En EspaŅol

Q. Who is Mr. Smarty Plants?

A: There are those who suspect Wildflower Center volunteers are the culpable and capable culprits. Yet, others think staff members play some, albeit small, role. You can torture us with your plant questions, but we will never reveal the Green Guru's secret identity.

Help us grow by giving to the Plant Database Fund or by becoming a member

Did you know you can access the Native Plant Information Network with your web-enabled smartphone?

Share

Ask Mr. Smarty Plants

Ask Mr. Smarty Plants is a free service provided by the staff and volunteers at the Lady Bird Johnson Wildflower Center.

Search Smarty Plants
    
 
See a list of all Smarty Plants questions
Can't find the answer in our existing FAQs, submit a question to Mr. Smarty Plants.
Need help with plant identification, visit the plant identification page.
 
rate this answer
1 rating

Sunday - May 04, 2008

From: Silver Spring, MD
Region: Mid-Atlantic
Topic: Water Gardens, Herbs/Forbs
Title: The origin of Juncus effusus var. Big Twister
Answered by: Nan Hampton and Joe Marcus

QUESTION:

Juncus effusus, var. 'Big Twister' We're trying to figure out the nativity of this thing, and whether it is safe to plant in our very wet rain garden. Thank you for any assistance...

ANSWER:

Juncus effusus var. 'Big Twister' is really a cultivar of the North American native, Juncus effusus (common rush) and should be written as Juncus effusus 'Big Twister' without the "var.", the abbreviation for the more formal botanical variety. Apparently, the species occasionally produces spiral-stemmed individuals. Those have been propagated and are being sold in nurseries. You will also find them sometimes listed as Juncus effusus forma spiralis (or Juncus effusus f. spiralis or Juncus effusus 'Spiralis'). It’s usually referred to as corkscrew rush or, sometimes, spiral rush. As for it being "safe", it is a native so in that sense is certainly safe, but it will spread through its roots or stolons. If you don't want it taking over your wet area, you should plant it in submerged pots.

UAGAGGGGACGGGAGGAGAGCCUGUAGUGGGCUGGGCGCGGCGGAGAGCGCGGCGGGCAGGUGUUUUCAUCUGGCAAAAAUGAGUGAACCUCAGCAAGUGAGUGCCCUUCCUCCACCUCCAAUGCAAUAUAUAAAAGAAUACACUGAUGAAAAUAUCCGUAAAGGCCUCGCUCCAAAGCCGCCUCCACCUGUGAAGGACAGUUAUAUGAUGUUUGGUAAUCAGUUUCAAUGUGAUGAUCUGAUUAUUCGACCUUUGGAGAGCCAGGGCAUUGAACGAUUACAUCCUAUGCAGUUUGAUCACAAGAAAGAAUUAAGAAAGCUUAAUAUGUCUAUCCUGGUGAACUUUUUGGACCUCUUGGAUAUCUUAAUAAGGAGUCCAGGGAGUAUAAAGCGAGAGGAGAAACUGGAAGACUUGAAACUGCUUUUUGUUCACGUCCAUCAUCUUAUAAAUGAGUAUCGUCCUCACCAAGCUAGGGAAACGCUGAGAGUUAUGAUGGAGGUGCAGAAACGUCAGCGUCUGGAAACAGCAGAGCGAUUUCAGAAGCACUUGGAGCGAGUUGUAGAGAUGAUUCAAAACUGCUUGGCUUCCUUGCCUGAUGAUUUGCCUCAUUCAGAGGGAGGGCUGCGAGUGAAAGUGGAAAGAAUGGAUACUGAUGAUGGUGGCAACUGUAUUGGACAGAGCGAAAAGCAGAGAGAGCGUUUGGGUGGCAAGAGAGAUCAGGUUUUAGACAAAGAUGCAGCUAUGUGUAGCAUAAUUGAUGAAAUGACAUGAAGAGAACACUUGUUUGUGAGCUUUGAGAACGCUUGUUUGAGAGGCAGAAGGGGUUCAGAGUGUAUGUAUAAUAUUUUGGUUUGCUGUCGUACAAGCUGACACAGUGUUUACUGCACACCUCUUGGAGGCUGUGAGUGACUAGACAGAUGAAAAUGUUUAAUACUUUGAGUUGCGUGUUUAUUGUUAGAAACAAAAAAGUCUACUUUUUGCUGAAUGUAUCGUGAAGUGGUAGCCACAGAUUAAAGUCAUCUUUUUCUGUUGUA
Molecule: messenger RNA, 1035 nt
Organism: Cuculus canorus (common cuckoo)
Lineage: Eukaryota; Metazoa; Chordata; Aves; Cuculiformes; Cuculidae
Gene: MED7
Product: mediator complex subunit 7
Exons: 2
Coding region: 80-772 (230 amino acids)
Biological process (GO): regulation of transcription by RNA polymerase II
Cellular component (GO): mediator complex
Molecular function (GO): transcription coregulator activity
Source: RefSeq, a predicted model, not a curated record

More Water Gardens Questions

Source for Saltmarsh cordgrass from Houston
April 16, 2013 - I work for a consulting firm and we are looking to do more of our wetland creation/restoration. Do you know where one can purchased Spartina alterniflora?
view the full question and answer

Plants for wet soils in North Carolina
October 03, 2009 - I'm looking for evergreen plants (shrubs or ground cover)that will tolerate wet conditions for the zone 8 area of North Carolina. The local garden centers here do not stock these types of plants, eve...
view the full question and answer

Note on pond over oak roots from Round Rock TX
December 23, 2012 - Thanks very much to Barbara for answering my question about the live oaks - covering parts of their root systems with a pond. Your answer inspired discussion, and we changed our pond plan and moved th...
view the full question and answer

Plants for pond, for incline and area with poor soil
April 23, 2012 - I have three plant recommendation questions for Austin, TX. 1. I have a large pond that I would like to put native aquatic plants in. What are some hardy aquatic natives I could put in? The pond ...
view the full question and answer

Need help replacing a non-functioning pond in Houston, TX.
March 30, 2010 - I have a non-functioning, shell-shaped, concrete pond in a shaded part of my backyard that has been a great place to grow mosquitoes since I got this place. I have decided that it is time for a chang...
view the full question and answer

Smarty Plants's Facebook profile Support the Wildflower Center by Donating Online or Becoming a Member today.

Mr. Smarty Plants wants you to be his Facebook friend. Click the Facebook icon to add yourself to Mr. Smarty Plants list of friends.
E-NEWSLETTER | BECOME A MEMBER | DONATE NOW | MEDIA | SITEMAP | STAFF
© 2015 Lady Bird Johnson Wildflower Center